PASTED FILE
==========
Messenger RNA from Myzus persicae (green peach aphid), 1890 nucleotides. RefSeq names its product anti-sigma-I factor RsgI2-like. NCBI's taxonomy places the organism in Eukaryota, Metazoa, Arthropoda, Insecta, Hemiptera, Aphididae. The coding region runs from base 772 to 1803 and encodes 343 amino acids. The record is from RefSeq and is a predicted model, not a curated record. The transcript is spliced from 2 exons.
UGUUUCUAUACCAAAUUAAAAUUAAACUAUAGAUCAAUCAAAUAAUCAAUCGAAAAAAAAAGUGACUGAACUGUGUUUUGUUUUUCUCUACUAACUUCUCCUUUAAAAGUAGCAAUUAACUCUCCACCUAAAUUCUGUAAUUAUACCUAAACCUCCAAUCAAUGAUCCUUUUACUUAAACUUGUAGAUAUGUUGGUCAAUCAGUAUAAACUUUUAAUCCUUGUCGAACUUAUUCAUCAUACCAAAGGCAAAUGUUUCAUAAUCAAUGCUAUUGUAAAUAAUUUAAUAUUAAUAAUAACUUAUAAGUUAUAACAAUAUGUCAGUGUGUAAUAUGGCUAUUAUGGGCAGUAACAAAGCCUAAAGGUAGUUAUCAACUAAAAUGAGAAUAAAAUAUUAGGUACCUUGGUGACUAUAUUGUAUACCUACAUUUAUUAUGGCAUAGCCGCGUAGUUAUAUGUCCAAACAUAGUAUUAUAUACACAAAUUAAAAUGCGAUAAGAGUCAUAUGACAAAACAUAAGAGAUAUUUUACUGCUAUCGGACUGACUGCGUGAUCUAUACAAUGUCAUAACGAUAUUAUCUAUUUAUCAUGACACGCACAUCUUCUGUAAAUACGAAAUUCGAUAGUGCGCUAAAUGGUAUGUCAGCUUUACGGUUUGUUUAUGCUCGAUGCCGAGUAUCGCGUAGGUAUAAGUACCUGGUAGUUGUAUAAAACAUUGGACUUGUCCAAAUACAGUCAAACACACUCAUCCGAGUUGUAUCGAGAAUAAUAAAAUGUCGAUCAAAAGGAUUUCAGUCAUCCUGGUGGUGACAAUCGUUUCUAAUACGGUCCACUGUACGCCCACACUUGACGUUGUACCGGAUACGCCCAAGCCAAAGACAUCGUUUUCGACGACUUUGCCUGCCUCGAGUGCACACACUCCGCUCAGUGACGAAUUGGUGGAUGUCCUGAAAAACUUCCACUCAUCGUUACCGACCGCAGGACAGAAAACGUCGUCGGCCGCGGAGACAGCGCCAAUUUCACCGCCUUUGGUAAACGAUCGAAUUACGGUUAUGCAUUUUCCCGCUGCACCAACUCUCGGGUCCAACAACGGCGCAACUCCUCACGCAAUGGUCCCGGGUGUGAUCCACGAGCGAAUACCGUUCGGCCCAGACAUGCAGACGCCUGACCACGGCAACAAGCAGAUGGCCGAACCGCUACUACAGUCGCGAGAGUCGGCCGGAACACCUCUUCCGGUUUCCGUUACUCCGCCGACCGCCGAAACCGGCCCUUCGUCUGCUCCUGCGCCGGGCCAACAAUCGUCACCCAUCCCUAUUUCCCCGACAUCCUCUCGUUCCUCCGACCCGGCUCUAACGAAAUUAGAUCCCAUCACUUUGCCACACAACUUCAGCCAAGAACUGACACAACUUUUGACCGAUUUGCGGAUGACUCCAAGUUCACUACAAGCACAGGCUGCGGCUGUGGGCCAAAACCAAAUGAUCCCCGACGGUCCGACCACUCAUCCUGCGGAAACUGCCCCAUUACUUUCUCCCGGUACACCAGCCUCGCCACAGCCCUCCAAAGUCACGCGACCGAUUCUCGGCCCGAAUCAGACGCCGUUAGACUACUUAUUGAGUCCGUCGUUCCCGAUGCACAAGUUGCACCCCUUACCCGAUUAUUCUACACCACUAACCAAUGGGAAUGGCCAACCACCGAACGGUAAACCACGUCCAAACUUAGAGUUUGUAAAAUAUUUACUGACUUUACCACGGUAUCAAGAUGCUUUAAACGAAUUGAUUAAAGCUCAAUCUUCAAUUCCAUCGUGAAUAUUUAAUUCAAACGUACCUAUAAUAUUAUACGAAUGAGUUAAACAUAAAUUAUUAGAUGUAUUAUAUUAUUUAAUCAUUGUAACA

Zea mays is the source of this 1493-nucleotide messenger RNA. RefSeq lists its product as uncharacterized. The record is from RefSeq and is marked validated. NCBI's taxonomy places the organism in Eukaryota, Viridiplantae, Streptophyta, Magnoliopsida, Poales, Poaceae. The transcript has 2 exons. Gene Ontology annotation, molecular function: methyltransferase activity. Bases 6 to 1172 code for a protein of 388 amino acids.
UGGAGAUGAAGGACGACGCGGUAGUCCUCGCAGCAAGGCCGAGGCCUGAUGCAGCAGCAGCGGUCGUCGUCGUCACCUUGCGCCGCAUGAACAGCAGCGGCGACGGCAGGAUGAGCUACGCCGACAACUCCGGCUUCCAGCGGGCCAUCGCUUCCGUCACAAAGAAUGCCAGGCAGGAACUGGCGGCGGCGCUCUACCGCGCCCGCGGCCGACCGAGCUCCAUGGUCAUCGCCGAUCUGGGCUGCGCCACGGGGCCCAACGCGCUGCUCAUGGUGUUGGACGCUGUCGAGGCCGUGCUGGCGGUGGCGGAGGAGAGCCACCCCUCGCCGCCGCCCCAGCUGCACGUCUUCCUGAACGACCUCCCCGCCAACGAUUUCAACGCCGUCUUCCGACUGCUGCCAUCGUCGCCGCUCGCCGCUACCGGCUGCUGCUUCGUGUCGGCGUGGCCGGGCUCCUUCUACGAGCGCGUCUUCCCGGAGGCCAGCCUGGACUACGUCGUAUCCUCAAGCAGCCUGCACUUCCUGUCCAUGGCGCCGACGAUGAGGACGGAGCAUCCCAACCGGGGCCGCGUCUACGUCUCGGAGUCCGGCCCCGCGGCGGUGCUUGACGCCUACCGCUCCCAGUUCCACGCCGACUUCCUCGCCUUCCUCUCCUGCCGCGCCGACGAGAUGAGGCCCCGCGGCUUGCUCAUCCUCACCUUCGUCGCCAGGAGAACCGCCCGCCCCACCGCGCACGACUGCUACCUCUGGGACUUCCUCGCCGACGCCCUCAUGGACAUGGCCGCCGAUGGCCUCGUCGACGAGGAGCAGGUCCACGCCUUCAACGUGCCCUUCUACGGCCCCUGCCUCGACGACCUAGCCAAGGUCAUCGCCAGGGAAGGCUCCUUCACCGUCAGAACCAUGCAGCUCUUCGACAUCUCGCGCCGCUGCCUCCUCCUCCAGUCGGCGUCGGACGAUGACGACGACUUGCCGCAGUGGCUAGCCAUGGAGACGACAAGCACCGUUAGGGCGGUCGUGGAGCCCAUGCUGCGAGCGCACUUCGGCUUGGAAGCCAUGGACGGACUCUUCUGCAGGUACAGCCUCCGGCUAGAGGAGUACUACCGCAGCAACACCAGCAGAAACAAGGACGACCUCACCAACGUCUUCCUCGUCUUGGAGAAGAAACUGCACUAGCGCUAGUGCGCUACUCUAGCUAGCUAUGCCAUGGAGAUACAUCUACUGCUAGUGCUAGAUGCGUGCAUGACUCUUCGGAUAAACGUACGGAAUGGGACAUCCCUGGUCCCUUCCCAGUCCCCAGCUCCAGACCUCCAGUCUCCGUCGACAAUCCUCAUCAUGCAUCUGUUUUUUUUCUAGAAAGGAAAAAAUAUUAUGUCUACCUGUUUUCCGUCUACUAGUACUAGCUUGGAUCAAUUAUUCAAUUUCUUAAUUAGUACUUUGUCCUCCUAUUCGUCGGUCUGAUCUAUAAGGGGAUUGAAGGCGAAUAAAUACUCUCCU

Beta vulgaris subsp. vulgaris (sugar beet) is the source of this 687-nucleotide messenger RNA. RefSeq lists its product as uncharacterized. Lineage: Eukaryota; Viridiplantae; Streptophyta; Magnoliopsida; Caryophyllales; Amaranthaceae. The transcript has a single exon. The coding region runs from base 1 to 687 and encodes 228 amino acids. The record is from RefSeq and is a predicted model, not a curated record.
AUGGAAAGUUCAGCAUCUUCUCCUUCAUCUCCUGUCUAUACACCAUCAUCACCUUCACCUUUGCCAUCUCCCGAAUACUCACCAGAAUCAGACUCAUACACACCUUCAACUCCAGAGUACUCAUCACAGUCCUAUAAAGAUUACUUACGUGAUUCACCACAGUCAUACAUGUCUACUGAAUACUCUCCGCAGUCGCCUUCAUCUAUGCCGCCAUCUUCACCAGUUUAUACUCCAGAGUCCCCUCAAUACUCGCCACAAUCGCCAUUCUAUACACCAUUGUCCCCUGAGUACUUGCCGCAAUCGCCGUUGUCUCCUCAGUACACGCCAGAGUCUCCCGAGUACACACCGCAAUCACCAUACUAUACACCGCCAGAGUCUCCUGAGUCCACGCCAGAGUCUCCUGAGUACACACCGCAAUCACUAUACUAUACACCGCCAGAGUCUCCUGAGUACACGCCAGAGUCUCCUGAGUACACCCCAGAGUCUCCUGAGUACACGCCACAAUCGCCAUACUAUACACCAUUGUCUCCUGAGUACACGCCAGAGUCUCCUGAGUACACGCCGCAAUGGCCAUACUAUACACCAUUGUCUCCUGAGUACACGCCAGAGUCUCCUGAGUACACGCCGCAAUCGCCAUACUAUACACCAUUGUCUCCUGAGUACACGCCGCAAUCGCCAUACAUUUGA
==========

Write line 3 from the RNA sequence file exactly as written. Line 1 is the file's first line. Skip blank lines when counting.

Zea mays is the source of this 1493-nucleotide messenger RNA. RefSeq lists its product as uncharacterized. The record is from RefSeq and is marked validated. NCBI's taxonomy places the organism in Eukaryota, Viridiplantae, Streptophyta, Magnoliopsida, Poales, Poaceae. The transcript has 2 exons. Gene Ontology annotation, molecular function: methyltransferase activity. Bases 6 to 1172 code for a protein of 388 amino acids.